The latest edition features a metal rarely used in watchmaking: tantalum. The hardy and lustrous material gives the timepiece an extra edge, further elevating its uniqueness. In addition, the fumé Grand Feu enamel dial lends a touch of colour to bind the reimagined complications with stunning craftsmanship.

The allure of the Endeavor Perpetual Calendar lies in its simplicity. A complicated timepiece made simpler. Although largely bereft of indexes and markers, much of the timepiece functions as expectedly of a perpetual calendar. There are large, leaf-shaped hour and minute hands, small seconds at the bottom half of the dial, a date aperture at 3 o’clock, a power reserve indicator at 9 o’clock, and a central mini hand indicating the month of the year corresponding to the 12 different positions on the dial. Setting the timepiece apart from its contemporaries is the non-existence of leap year, quarterly or yearly indicator. However, the unique wheel inscribed with the yearly cycle is built into the rear of the timepiece.

An exceptional feature of the Endeavor Perpetual Calendar is the fail-safe mechanism. Where conventional perpetual calendars can only be set or wound in a prescribed direction, the date or month of the Endeavor Perpetual Calendar can be set forward or backwards at any time without risking damage to the movement.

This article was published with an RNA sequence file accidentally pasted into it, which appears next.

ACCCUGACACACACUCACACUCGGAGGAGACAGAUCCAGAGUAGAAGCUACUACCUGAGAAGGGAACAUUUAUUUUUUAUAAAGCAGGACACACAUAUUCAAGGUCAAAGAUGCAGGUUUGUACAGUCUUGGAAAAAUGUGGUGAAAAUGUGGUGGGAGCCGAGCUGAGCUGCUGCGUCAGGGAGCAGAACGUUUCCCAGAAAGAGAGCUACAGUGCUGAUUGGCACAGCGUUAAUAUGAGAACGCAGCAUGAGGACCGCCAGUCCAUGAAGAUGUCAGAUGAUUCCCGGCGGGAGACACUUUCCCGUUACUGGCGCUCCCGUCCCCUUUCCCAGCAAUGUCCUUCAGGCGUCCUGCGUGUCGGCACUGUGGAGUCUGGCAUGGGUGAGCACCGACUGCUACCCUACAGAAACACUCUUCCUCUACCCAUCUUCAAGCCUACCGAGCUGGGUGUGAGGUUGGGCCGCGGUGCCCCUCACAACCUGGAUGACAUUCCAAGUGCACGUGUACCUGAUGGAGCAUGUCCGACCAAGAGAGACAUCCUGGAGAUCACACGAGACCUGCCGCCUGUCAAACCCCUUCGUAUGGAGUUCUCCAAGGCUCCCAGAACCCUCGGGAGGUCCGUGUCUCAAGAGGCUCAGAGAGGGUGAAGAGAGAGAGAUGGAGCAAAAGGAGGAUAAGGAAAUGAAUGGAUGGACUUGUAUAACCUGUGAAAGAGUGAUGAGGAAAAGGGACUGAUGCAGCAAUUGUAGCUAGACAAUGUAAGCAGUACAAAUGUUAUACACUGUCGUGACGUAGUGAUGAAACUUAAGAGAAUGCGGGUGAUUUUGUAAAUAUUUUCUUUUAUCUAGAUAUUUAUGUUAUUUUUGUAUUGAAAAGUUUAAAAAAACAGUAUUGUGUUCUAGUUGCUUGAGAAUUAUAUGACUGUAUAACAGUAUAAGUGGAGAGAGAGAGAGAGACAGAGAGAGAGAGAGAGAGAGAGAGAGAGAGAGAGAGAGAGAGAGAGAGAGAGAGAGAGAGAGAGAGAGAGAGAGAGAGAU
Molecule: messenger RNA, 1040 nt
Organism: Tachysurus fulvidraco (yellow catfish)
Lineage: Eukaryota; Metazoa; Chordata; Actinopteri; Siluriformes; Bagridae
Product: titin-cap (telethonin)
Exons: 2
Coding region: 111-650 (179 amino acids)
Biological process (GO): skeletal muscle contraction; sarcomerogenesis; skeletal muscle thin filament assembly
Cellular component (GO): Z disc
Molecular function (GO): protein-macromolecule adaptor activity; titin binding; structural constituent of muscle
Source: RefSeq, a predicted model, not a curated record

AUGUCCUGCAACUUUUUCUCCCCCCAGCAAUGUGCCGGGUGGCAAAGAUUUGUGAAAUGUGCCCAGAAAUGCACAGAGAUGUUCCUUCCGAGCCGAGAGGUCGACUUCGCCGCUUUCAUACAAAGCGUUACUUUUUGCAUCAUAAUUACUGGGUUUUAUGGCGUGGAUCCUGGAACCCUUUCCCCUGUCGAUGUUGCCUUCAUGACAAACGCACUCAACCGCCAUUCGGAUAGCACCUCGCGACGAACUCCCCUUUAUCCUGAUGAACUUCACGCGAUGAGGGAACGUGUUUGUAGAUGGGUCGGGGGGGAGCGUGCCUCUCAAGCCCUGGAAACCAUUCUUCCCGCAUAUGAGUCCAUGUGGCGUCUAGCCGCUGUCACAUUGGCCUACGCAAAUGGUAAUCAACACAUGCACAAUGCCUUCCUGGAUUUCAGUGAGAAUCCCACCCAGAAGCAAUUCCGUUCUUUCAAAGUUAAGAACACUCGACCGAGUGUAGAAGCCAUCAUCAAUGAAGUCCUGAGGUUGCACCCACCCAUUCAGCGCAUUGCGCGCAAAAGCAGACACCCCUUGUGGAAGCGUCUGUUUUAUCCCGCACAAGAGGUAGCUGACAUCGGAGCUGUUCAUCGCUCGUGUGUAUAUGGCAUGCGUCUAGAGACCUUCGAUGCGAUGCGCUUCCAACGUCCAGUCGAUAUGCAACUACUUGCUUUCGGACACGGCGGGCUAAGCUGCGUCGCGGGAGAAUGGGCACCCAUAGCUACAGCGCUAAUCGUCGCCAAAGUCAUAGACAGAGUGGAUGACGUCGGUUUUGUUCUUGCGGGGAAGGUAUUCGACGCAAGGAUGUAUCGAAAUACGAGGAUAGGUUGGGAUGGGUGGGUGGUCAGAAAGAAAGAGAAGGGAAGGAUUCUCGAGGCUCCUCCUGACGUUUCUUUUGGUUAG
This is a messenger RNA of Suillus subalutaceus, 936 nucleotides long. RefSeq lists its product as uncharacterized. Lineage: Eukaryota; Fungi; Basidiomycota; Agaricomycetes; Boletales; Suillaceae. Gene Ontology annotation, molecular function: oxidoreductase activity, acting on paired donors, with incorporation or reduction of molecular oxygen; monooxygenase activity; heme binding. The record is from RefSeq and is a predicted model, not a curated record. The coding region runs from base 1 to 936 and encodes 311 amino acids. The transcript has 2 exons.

Paired with a 42mm case, the H. Moser & Cie. Endeavor Perpetual Calendar features a manual-wound HMC 800 integrated movement, with 168 hours of power reserve. H. Moser & Cie. is exclusive to Cortina Watch.

Bvlgari Divas’ Dream Peacock Marquetry Jumping Hours and Retrograde Minutes

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Apart from the model featuring jumping hours and retrograde minutes, the Bvlgari Divas’ Dream Peacock Marquetry collection is also made in other variations

Massive waves have been made by Bvlgari in the realms of watchmaking in the past decade, as it racks up accolade after accolade upon record-breaking complications in complexity and thinness. They are feathers in Bvlgari’s cap as an outstanding watchmaker, jeweller and tastemaker. Taking the recognition literally, the brand elevates métiers d’art with a fine example of marquetry by using the most appropriate motif for preening: peacocks.